As news spread Friday morning of the loss of one of New York's most legendary leaders, Ed Koch—who passed away at age 88 from congestive heart failure—the reactions of members of the Park Slope community were fond and heartfelt.
Eric Mudick, the owner of Eric Shoes on Seventh Avenue, remembered Koch for being the “people’s mayor.”
“Ed Koch was the people’s politician—‘How am I doing?’ he’d ask city residents. He was on the side of the people,” Mudick said. “He wasn’t swayed by the other politicians, he had his own ideas, plans, and was sincere. He was his own person and took the political arena and made it his own. He didn’t just say things to get votes, he was honest about who he was and stood for what he believed in.”
Marie Roldan, who is a jewelry designer and works at Mudick’s store, reflected on how Koch changed the city for the better.
“I lived through Mayor Koch’s three terms and he said what he thought and he had a plan for the city, which was financially broken and fixed it. Crime was out of control, the subways were a mess, and he brought the city back,” Roldan said, who has lived in Brooklyn since 1974. “He took care of business and got the job done. He thought of himself as a ‘liberal bulldog’ and he was.”
Down the street at Good Footing Adventure Martin Boghdadi, who was born in Brooklyn, said we lost a great man today.
“Koch was a true New Yorker. It’s sad he died and we lost our most beloved mayor,” Boghdadi said. “Everyone will miss him, everyone will miss this true New Yorker.”
Fernando Valdez, who works at Tarzian True Value hardware store near Second Street, said that Koch was one of the best.
“He did a lot for New York—there’s a lot of ups and downs in the city, but kept us stable,” Valdez said. “He was our best mayor and will be missed. If you’re lucky enough to live in the city, you know he did a damn good job.”
Alvin Birnbaum, an independent diversion safe distributor, spoke about how Koch was a candid man.
“I remember how he spoke his mind, he was an honest mayor,” Birnbaum told Patch, who has lived in New York for 65 years. “When he took office, New York City was in financial trouble and he did what he had to do to help us get up.”
Gloria Russo, who has lived in Park Slope since 1938, said she remembers a time when Koch came to the Slope.
“I saw him on Seventh Avenue during the St. Patrick’s Day Parade, I can’t remember which year, but he stopped and shook my hand,” Russo said, who is a real estate agent at Farran & Associates. “Koch was a down-to-earth guy. He said and did things that were on his mind—he wasn’t like the other politicians. He did what he said and held himself to his own word.”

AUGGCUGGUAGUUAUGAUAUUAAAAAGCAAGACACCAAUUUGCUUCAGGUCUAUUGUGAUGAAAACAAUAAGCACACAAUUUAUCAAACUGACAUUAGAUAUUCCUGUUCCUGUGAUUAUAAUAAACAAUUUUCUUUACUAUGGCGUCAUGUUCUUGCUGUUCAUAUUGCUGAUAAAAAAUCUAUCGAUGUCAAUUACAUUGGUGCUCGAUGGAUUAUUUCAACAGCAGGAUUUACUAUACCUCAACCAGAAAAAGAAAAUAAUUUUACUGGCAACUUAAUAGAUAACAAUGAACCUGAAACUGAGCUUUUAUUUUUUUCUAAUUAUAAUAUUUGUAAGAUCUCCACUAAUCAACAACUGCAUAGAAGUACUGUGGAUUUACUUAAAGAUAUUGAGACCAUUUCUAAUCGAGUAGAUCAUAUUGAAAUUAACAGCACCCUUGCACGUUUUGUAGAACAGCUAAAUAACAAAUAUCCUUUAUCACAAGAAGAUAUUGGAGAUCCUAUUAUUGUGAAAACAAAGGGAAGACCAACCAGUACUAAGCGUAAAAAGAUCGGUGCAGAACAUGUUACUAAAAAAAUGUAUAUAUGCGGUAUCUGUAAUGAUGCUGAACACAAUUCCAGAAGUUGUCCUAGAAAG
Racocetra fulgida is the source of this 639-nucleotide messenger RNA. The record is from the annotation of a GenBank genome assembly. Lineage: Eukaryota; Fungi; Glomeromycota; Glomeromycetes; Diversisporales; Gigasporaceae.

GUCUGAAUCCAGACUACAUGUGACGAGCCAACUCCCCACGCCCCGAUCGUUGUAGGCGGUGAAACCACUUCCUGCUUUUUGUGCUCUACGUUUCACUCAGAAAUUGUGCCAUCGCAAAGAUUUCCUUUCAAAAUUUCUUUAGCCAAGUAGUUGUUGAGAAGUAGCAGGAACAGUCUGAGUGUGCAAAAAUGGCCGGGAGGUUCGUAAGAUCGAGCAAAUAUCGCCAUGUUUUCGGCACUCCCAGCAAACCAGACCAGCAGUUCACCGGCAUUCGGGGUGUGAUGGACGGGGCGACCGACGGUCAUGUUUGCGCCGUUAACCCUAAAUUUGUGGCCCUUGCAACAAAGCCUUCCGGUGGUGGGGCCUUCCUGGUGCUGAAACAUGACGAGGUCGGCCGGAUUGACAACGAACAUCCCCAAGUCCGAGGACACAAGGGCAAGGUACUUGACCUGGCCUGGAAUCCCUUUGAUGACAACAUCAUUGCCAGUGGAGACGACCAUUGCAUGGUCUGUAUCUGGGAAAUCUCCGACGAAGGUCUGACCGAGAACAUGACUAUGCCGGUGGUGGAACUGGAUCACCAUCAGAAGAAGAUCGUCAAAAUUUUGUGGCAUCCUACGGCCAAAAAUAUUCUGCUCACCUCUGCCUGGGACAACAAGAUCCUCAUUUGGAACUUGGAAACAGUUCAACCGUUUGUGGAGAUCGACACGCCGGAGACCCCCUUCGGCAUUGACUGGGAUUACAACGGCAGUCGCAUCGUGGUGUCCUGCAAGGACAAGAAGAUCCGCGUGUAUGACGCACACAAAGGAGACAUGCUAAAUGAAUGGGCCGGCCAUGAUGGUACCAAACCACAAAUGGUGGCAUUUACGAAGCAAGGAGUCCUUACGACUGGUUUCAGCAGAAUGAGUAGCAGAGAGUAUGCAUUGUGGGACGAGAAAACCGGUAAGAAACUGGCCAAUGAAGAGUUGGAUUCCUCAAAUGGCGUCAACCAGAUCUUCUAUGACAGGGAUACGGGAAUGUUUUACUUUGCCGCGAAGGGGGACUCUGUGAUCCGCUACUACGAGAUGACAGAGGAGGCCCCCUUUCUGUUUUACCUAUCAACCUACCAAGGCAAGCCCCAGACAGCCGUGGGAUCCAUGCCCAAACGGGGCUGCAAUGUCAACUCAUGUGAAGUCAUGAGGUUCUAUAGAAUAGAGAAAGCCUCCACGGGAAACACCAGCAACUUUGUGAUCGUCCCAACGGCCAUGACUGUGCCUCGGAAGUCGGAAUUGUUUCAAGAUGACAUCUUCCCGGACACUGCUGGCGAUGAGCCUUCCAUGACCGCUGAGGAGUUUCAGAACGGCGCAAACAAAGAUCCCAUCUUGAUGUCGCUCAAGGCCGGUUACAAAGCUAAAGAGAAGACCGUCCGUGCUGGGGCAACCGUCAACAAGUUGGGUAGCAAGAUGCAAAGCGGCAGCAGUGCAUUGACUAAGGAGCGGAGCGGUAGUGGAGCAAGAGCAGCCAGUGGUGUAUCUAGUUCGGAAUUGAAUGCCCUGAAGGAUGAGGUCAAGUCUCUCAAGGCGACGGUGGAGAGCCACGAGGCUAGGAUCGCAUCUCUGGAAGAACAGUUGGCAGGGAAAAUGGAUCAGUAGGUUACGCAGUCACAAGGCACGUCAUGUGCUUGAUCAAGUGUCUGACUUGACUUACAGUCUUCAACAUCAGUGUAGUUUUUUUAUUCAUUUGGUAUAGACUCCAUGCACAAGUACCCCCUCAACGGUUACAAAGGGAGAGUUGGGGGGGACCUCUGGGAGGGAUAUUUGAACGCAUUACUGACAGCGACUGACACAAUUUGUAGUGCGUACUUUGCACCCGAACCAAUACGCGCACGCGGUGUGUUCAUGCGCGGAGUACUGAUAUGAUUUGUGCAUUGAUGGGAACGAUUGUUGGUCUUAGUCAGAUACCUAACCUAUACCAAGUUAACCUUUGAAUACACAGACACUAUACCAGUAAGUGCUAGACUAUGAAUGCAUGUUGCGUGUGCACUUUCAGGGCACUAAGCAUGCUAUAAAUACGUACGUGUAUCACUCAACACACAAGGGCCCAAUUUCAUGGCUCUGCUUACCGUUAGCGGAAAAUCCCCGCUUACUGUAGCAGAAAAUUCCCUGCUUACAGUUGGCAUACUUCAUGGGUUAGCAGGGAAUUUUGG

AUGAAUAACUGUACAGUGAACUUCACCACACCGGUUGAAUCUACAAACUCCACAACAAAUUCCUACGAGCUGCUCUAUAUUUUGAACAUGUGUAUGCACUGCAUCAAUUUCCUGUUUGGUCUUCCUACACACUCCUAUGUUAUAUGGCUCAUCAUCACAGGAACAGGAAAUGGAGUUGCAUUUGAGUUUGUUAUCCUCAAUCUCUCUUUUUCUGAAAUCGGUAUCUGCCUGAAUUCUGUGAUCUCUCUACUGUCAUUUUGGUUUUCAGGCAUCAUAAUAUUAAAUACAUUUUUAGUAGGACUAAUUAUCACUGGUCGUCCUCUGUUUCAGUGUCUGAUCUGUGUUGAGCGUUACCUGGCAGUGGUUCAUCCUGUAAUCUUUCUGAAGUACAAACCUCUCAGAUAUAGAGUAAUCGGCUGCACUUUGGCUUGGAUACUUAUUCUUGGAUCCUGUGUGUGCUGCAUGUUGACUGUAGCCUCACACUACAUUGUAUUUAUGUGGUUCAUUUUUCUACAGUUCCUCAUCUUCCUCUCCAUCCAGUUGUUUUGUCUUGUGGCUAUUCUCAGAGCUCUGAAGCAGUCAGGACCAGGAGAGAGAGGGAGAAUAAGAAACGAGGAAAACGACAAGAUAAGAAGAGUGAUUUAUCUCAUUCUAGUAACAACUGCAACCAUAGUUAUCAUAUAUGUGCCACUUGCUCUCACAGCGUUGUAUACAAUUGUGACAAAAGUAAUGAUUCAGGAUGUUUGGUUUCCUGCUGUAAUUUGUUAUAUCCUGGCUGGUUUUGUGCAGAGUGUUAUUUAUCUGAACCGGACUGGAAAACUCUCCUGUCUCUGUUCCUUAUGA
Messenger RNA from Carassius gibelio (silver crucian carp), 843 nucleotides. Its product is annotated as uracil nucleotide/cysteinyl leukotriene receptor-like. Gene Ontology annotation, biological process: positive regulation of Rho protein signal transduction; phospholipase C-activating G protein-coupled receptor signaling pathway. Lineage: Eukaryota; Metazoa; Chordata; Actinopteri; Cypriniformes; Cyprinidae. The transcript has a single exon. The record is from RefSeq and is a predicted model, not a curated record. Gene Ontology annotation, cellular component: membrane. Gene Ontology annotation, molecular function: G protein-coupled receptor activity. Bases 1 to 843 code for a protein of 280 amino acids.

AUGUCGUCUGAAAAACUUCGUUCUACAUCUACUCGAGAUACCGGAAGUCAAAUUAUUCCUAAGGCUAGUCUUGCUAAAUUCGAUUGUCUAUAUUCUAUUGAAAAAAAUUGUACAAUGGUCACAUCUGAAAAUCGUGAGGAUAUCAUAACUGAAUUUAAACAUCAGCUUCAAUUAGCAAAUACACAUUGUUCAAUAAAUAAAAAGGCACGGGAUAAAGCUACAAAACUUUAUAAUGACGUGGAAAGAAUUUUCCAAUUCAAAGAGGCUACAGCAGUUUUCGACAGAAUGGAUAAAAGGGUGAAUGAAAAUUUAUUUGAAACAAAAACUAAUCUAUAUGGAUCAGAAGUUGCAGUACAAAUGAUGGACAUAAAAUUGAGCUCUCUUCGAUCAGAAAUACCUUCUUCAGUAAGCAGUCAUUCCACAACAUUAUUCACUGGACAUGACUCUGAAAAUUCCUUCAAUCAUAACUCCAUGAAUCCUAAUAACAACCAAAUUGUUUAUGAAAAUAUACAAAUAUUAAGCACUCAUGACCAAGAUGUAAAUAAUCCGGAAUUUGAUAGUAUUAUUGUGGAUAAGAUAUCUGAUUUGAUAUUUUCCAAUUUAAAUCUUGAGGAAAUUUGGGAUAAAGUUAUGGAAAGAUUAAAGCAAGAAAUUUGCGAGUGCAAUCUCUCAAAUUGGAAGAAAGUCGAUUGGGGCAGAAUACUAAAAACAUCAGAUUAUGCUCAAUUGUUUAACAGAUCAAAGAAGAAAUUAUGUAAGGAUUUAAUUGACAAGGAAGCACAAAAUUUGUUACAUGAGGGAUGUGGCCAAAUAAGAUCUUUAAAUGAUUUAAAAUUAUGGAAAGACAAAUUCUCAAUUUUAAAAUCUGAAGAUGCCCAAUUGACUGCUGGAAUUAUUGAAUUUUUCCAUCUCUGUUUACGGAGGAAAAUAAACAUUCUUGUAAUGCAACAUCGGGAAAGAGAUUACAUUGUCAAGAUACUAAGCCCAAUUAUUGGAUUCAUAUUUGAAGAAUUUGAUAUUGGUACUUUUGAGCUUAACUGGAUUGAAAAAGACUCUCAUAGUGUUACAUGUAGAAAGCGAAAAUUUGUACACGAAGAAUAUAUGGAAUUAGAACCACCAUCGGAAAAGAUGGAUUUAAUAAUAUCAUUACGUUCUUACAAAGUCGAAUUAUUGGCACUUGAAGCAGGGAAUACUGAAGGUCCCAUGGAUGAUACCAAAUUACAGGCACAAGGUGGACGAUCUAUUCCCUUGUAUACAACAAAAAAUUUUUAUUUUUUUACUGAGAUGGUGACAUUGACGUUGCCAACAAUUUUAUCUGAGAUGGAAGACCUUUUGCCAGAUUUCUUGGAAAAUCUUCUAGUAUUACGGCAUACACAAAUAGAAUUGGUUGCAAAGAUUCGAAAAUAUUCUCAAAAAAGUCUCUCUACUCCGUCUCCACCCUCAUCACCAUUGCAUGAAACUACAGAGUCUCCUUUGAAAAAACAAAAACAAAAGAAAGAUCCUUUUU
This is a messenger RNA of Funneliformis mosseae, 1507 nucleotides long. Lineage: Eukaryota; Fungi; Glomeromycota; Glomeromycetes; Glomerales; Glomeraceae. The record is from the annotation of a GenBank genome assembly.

Russo said Koch was a strong man and is saddened by his death.
“He was a hard worker. I remember one time he was walking out of the hospital on a Sunday and told the cameras that he’d be back at work in his office on Monday,” Russo recalled.
David Kaplan, who was walking with some friends near P.S. 321, recalled a time when he happened to be in the same movie theater as Koch 15 years ago during an afternoon film screening at the Angelika Film Center in Manhattan.
“He sat in the seat right in front of me during a movie at the Angelika. He’s a tall guy, so I moved over to another seat. But, then he moved again right in front of me,” Kaplan explained, laughing that he now cannot remember what movie they were watching. “After the movie, I caught up with him and said ‘I couldn’t see the movie because you were in front of me, twice.’”
And right before Koch hopped in a car on Houston Street, he turned around and said, “‘Don’t worry, you didn’t miss anything.’”
Also on Friday, a flurry of elected officials sent out statements, lamenting the candid mayor’s personality.
But, not all Park Slopers shared their condolences in person. The blog, Here’s Park Slope, wrote on Twitter:
“RIP Ed Koch. A true New York original.”
Do you have a memory of former New York City mayor Ed Koch that you'd like to share with us? Write them in the comments section of this article below, or e-mail them to Will.Yakowicz@Patch.com.